The highlight of my week, though, was seeing my students on Tuesday. We had registration and many of them came by to see me. They are big bad sophomores now and so many of them looked so grown up! They were all so sweet, coming in to say hi. I really am going to miss that first batch of "my kids" and am nervous about having to get to know another group all over again. Even the student that was runner up for most pain in the butt came by and made me smile.

As I get deeper and deeper into the world of education, the more intrigued I am about educational policymaking. I feel that there are many things wrong with our educational system, included but definitely not limited to a lack of support from the public (at least in Memphis), a barrage of reforms that are not given the time to actually make a difference before the next reform comes rolling in, the amount of paperwork and mundane tasks given to teachers, taking away from their real job - the students, a "one size fits all" outlook on education... I could go on.

One initiative I am very excited about that has come from Memphis City Schools this year is increased Pre-K opportunities for our students. Many of our students start on a much lower playing field than others coming into kindergarten simply because their home life was not conducive to intellectual growth. Research is showing that most of the brain growth for children is done in the first years of their lives - by 4, 80% of their brain will be developed. By 5, 90 % will be developed. If those connections are not utilized, they die off. So while a student with a support network at home, with parents who are educated and motivated, is being read to, is playing with building blocks, is putting the shapes in the right hole, a student with a poor home life might be sitting in a dark room with the TV as a babysitter - or worse. This isn't a race thing for us, I believe it is an economic thing. While most of the students who come into schools in Memphis underprepared are African American, if you look at the patterns, the ones who come in underprepared are impoverished. I have white kids that come just as unprepared and are just as poor. I have African American students who could read at 4. I believe it is all about the economic status.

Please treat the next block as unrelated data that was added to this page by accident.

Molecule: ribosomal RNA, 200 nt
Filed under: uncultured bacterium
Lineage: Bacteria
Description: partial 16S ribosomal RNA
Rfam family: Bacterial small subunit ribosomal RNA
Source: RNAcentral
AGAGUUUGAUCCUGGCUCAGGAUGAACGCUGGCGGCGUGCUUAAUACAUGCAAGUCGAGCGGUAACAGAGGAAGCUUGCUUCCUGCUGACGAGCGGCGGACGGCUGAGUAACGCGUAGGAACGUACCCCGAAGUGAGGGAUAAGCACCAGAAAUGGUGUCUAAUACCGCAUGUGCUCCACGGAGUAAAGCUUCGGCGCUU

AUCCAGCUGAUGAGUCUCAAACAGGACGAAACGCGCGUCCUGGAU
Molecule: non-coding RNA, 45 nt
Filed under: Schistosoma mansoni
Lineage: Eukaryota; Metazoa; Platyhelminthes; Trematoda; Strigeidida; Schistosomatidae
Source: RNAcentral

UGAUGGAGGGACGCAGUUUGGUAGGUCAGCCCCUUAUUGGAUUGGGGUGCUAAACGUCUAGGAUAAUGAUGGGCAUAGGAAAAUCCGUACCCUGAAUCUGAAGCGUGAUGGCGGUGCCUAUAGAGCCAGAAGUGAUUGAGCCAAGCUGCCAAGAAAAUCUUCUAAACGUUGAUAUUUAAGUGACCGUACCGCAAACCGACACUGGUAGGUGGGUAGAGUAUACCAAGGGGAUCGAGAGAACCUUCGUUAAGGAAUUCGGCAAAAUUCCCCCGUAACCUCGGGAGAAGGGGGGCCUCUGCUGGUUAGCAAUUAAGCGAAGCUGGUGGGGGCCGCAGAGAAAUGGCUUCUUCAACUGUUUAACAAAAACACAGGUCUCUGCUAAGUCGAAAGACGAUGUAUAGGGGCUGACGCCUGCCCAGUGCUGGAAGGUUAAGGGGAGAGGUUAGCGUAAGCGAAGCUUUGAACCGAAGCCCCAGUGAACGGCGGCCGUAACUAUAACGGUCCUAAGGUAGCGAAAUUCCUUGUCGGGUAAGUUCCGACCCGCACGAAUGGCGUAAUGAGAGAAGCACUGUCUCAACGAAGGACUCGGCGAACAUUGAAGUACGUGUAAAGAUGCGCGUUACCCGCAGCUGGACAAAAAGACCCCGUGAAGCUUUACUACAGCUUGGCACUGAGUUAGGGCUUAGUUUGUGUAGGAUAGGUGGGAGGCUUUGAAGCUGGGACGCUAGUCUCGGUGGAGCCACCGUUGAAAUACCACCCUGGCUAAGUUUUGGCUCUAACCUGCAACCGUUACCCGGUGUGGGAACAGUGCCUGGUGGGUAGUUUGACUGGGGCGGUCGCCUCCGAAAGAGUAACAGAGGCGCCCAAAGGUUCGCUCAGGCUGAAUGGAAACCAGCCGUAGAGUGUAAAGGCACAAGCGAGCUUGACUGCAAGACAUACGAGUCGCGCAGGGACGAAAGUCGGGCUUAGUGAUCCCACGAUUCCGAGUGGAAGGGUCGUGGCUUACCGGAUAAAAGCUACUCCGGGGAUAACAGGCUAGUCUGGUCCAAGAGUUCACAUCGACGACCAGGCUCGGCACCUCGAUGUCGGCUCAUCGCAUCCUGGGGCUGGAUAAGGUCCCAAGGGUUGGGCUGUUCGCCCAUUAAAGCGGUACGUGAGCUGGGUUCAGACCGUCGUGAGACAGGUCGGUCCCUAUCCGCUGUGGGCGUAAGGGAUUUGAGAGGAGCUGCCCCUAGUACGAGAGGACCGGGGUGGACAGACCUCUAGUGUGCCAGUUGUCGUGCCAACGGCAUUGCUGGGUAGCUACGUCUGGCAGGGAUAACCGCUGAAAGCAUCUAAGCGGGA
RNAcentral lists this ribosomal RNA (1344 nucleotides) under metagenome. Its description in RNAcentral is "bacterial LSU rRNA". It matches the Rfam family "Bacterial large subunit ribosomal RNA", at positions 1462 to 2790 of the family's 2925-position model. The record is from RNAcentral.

With these Pre-K programs opening (there are new ones all over the city), students below the poverty line qualify for these free programs that will give them a chance to catch up to their peers. I feel that if we want to improve test scores and literacy rates, this is the place to start. Get them while they are young and invest in them.

I'm always glad to share the GOOD of Memphis City Schools. It is easy to get caught up in the bad, the negative, the frustrating. I've got to remember to see the bigger picture.